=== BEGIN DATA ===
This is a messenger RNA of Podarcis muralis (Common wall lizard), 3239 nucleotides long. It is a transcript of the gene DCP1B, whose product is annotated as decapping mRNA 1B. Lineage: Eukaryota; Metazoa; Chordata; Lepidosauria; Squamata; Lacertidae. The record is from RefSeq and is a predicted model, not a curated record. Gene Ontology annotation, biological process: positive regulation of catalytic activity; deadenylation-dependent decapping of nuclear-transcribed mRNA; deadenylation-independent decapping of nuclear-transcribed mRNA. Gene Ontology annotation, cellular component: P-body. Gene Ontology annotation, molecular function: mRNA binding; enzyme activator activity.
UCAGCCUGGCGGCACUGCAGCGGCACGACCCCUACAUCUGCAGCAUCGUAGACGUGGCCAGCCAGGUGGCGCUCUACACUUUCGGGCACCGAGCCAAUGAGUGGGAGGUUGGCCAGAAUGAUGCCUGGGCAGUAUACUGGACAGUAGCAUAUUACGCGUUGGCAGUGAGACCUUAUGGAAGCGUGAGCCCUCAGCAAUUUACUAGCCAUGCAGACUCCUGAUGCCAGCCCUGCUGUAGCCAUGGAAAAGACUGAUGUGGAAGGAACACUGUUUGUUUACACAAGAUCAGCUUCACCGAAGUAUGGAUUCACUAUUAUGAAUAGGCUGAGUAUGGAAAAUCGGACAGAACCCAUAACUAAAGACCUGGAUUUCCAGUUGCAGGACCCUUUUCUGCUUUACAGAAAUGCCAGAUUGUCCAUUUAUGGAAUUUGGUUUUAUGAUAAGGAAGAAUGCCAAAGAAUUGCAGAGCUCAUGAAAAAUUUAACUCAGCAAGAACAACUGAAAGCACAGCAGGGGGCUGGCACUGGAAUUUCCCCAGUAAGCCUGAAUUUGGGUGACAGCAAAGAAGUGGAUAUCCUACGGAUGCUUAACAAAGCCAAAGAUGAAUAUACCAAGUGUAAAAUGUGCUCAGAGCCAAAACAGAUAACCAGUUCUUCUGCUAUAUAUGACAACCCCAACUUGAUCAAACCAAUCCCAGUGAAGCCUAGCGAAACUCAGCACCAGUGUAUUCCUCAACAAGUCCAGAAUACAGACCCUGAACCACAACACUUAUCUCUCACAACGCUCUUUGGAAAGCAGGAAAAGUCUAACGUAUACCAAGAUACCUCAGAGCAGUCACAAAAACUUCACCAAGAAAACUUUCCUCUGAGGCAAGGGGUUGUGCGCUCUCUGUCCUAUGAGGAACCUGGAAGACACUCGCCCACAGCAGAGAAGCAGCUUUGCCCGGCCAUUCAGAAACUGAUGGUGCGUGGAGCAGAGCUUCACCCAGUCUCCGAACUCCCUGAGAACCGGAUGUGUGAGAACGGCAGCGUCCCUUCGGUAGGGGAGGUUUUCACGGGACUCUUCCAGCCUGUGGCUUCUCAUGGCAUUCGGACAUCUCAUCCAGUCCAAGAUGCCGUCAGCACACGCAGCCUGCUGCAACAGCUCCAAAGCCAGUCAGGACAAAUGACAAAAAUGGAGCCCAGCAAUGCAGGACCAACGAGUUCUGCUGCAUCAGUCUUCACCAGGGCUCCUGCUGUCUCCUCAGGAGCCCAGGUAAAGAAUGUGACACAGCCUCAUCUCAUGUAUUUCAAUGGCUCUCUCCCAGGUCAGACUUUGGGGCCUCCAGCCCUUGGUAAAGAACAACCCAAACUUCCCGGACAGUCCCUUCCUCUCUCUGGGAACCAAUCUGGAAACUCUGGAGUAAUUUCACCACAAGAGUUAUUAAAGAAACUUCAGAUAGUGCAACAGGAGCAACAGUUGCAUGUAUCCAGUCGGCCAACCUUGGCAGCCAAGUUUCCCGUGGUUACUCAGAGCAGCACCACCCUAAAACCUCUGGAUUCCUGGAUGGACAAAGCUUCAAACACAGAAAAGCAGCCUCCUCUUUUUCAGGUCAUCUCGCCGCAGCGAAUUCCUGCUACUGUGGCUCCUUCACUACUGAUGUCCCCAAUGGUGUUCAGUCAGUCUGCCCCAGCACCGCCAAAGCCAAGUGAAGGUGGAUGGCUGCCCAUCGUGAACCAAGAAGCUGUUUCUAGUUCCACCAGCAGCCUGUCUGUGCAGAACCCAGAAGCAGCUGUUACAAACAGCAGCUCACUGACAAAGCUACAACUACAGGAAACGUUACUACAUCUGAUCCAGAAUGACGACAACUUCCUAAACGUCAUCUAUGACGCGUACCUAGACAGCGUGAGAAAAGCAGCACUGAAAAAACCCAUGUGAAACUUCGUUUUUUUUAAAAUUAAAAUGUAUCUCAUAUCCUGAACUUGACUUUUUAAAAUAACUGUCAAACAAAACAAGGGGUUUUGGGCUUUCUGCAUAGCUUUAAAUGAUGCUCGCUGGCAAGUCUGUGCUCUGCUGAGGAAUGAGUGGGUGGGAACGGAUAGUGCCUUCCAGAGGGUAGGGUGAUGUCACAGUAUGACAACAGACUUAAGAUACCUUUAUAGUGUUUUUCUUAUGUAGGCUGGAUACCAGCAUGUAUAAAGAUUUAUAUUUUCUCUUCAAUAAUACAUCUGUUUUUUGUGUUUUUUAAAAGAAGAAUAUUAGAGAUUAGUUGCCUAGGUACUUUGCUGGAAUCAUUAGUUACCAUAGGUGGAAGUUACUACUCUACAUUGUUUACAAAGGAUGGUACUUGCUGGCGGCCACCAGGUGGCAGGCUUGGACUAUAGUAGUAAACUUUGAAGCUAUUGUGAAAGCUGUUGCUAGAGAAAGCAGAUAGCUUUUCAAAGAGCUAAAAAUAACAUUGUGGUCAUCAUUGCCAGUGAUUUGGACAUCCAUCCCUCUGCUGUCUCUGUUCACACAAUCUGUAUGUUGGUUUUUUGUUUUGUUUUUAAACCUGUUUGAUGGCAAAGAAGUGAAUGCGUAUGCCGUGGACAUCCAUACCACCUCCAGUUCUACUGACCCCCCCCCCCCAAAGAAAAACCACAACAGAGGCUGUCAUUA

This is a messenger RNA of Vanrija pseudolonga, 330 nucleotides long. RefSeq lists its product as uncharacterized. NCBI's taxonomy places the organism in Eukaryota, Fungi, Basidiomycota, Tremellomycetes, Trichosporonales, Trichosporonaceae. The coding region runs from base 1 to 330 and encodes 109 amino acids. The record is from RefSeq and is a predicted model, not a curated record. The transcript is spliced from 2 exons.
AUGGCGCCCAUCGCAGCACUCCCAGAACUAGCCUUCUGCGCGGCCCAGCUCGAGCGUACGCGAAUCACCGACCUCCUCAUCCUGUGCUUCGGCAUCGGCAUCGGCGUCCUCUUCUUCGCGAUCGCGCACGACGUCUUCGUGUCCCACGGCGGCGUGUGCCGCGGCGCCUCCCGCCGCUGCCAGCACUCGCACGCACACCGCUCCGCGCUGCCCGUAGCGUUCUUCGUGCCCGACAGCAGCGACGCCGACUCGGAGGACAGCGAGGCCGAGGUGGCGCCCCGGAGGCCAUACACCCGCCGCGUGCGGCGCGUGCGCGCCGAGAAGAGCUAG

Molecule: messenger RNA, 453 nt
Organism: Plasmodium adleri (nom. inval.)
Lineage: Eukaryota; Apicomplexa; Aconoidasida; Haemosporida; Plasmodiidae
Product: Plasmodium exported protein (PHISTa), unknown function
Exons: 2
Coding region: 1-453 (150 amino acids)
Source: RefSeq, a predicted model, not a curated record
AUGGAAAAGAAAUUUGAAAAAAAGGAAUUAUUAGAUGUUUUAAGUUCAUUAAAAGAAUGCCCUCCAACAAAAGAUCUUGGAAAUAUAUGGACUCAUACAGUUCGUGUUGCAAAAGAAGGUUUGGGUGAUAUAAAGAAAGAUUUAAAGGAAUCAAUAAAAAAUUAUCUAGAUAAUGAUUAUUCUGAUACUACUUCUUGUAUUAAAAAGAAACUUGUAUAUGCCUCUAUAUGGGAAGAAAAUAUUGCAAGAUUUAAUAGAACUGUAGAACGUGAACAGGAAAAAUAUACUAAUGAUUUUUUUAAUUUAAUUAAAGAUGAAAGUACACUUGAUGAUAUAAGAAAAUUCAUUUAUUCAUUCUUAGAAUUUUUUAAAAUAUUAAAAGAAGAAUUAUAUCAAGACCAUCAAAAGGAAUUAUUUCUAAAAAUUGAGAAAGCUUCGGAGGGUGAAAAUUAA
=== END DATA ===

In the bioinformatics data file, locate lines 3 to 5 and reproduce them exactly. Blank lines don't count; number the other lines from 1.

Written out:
This is a messenger RNA of Vanrija pseudolonga, 330 nucleotides long. RefSeq lists its product as uncharacterized. NCBI's taxonomy places the organism in Eukaryota, Fungi, Basidiomycota, Tremellomycetes, Trichosporonales, Trichosporonaceae. The coding region runs from base 1 to 330 and encodes 109 amino acids. The record is from RefSeq and is a predicted model, not a curated record. The transcript is spliced from 2 exons.
AUGGCGCCCAUCGCAGCACUCCCAGAACUAGCCUUCUGCGCGGCCCAGCUCGAGCGUACGCGAAUCACCGACCUCCUCAUCCUGUGCUUCGGCAUCGGCAUCGGCGUCCUCUUCUUCGCGAUCGCGCACGACGUCUUCGUGUCCCACGGCGGCGUGUGCCGCGGCGCCUCCCGCCGCUGCCAGCACUCGCACGCACACCGCUCCGCGCUGCCCGUAGCGUUCUUCGUGCCCGACAGCAGCGACGCCGACUCGGAGGACAGCGAGGCCGAGGUGGCGCCCCGGAGGCCAUACACCCGCCGCGUGCGGCGCGUGCGCGCCGAGAAGAGCUAG

Molecule: messenger RNA, 453 nt